Netflix's The Crown enters its first major transition period as Elizabeth's generation are recast to age up, and Charles comes into his own.
The Queen Mother: No one wants complexity and reality from us. Do sit down.
When Netflix announced back in 2014 that they were commissioning an ambitious six season series from Peter Morgan, writer of the 2006 film The Queen, focusing on the life and times of the current reigning English monarch, the scale of what they were proposing shocked many. Not only were they greenlighting six seasons of a completely untested show sight unseen, they were committing to spending $100 million per season, an outrageous sum, even by prestige TV standards. But the real ambition was in scale. The six seasons would cover Queen Elizabeth II from her early 20s to her late 70s -- and rather than cast someone who could play her at one age and then be made up to do the rest, the show planned to recast the entire show every two years to age the characters up in accordance with the story.
The first two seasons of the series have thus far been everything Netflix hoped. A critical darling, a show that slow rolls to high ratings after the initial episode debut date, and award nominations and wins for Claire Foy in the title role, Netflix is getting what it paid for. But it's been two years, and now is the time for the first big promised upheaval: recasting Foy, Matt Smith as Prince Philip and Vanessa Kirby as Princess Margaret, as well as introducing the next generation: Prince Charles, Princess Anne, and Camilla Shand.
So far the series has managed to land actors for two out of the three main roles that must be recast. Olivia Colman of Broadchurch fame will take over from Foy in the lead role. Helena Bonham-Carter (Too Many Credits To Name) will get to chew the scenery as Margaret during her unhappily married years, taking over from Kirby. Philip so far has proved elusive, with the show working to land Paul Bettany to take over from Smith, but ultimately failing to close the deal falling. All three of these recasts are critical in order to stick the landing as it were, and prove to one and all that the concept of recasting instead of layering on the CGI and old age makeup wasn't the better choice.
Meanwhile, when it comes to the younger set, casting director Nina Gold told Vanity Fair in an interview that they weren't looking for names to play Prince Charles and Princess Anne. Gold is legendary in her field, having cast such major series as Game of Thrones and films such as Star Wars: The Force Awakens. She's discovered everyone from Daisy Ridley to Kelly Marie Tran to Maisie Williams to Kit Harington. Her goal here is to do the same with The Crown:
Not only are we casting real-life characters, but as we get closer to the present day, many of these people are very much alive. So, we have to honor them by picking the right actor to play them — while making a link between the actors who played these characters in the first seasons... We’re unlikely to cast a major movie star. It’s quite interesting and fun to try and find new or new-ish talent... Charles, Camilla, and Anne are going to be pretty interesting characters to follow, because they are just coming into their own. We’ve cast a pretty wide net for these new young characters.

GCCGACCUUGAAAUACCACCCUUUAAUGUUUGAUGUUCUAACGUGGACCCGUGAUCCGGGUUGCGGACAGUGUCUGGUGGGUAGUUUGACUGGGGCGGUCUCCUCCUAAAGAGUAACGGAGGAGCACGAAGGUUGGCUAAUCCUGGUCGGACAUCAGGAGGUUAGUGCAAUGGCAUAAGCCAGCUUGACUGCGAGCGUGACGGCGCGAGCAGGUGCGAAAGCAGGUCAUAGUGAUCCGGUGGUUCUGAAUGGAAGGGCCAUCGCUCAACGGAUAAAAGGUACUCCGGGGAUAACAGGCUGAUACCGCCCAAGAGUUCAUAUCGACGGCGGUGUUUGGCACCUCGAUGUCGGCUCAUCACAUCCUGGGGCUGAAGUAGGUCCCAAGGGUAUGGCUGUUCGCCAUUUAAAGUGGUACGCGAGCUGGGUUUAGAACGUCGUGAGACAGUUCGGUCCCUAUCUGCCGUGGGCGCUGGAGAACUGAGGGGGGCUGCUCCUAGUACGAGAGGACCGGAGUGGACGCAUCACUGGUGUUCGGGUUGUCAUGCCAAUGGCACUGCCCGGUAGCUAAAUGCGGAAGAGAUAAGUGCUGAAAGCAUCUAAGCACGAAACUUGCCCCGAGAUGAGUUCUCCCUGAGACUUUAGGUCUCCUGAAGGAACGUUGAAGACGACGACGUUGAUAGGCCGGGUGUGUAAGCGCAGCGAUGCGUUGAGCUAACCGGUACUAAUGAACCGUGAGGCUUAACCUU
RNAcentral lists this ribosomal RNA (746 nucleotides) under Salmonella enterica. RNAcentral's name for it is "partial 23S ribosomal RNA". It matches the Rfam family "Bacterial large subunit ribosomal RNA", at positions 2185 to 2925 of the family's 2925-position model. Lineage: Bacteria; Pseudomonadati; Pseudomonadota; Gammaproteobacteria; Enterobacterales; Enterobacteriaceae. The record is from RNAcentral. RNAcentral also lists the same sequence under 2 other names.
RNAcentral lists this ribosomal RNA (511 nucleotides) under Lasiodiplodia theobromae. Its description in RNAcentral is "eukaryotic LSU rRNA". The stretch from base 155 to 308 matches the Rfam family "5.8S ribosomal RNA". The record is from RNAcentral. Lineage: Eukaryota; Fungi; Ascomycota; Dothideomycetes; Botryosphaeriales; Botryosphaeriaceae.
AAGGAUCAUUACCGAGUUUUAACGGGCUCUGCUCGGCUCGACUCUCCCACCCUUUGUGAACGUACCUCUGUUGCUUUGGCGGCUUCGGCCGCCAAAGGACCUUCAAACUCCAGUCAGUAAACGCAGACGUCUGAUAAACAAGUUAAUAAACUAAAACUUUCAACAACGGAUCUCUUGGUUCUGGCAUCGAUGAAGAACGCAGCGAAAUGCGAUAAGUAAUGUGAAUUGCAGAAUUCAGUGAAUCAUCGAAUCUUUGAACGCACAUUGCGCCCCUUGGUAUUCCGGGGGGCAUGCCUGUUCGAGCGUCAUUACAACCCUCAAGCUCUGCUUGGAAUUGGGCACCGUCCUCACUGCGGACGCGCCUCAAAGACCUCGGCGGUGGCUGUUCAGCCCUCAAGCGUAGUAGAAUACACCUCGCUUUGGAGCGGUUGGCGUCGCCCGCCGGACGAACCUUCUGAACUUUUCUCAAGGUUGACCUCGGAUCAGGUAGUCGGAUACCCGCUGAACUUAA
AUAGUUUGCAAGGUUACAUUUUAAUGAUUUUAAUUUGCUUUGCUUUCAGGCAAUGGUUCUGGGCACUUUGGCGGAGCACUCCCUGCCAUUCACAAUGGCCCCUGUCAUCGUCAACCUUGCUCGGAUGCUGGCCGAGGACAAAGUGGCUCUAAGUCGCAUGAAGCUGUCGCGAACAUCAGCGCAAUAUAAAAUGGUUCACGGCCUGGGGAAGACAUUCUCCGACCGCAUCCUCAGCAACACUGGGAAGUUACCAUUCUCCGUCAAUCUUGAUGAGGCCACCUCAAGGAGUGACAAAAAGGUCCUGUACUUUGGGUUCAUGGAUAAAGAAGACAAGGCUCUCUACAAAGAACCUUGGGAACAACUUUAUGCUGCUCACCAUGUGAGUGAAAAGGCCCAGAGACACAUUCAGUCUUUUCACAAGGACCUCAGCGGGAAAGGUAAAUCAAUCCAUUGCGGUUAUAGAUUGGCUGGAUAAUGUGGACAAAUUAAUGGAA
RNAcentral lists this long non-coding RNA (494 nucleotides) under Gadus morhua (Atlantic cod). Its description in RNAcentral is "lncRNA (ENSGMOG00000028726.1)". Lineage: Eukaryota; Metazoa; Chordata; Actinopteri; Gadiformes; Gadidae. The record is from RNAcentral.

Part of the issue they face is the chosen time frame. The show will pick up in 1964, right where it left off last season, and run through to 1973. (Yes, that means Princess Diana is not turning up this season since she didn't meet Charles until 1977.) But these are awkward ages to cover for Charles and Anne. He will be 16 when Season 3 begins and 25 by the end of it, a time when boys get hit by the puberty stick pretty hard. Anne will be 14 at the beginning of the season, and 22 by the end of it, another major life-and-body changing period. To find actors who can do both and be believable about it will be difficult.
While this will remain a show focused on Elizabeth and her troubles, many of the major set pieces coming in this season will focus on Charles and Anne. Charles will have his investiture about halfway through the season, at the age of 20 in 1969. Like Elizabeth's coronation, this will be a huge event, both in what it means in the world of royalty, but also in the televising of it. Anne will be married by the end of the season, getting engaged to Olympic gold-medal-winning horseback rider Mark Phillips in 1973. This will give the show its third royal wedding to stage in three seasons.
But perhaps the most important part will be the introduction of Camilla Shand, the woman who Charles falls head over heels in love with, but the Palace decides is not suitable. While he's away on tour with the Navy, she'll be told to not wait for him, and wind up marrying Andrew Parker-Bowles, who just happened to be the man Anne was dating before her marriage to Phillips. Considering that we know how all that turned out, it will be very interesting to see how the show chooses to dramatize it, and if it will continue to stick to propaganda levels of sympathy towards both Elizabeth and Charles, especially since we the viewers know this is a decision that will backfire spectacularly in the long run.
The Crown Season 3 is currently expected to arrive in December of 2018 on Netflix.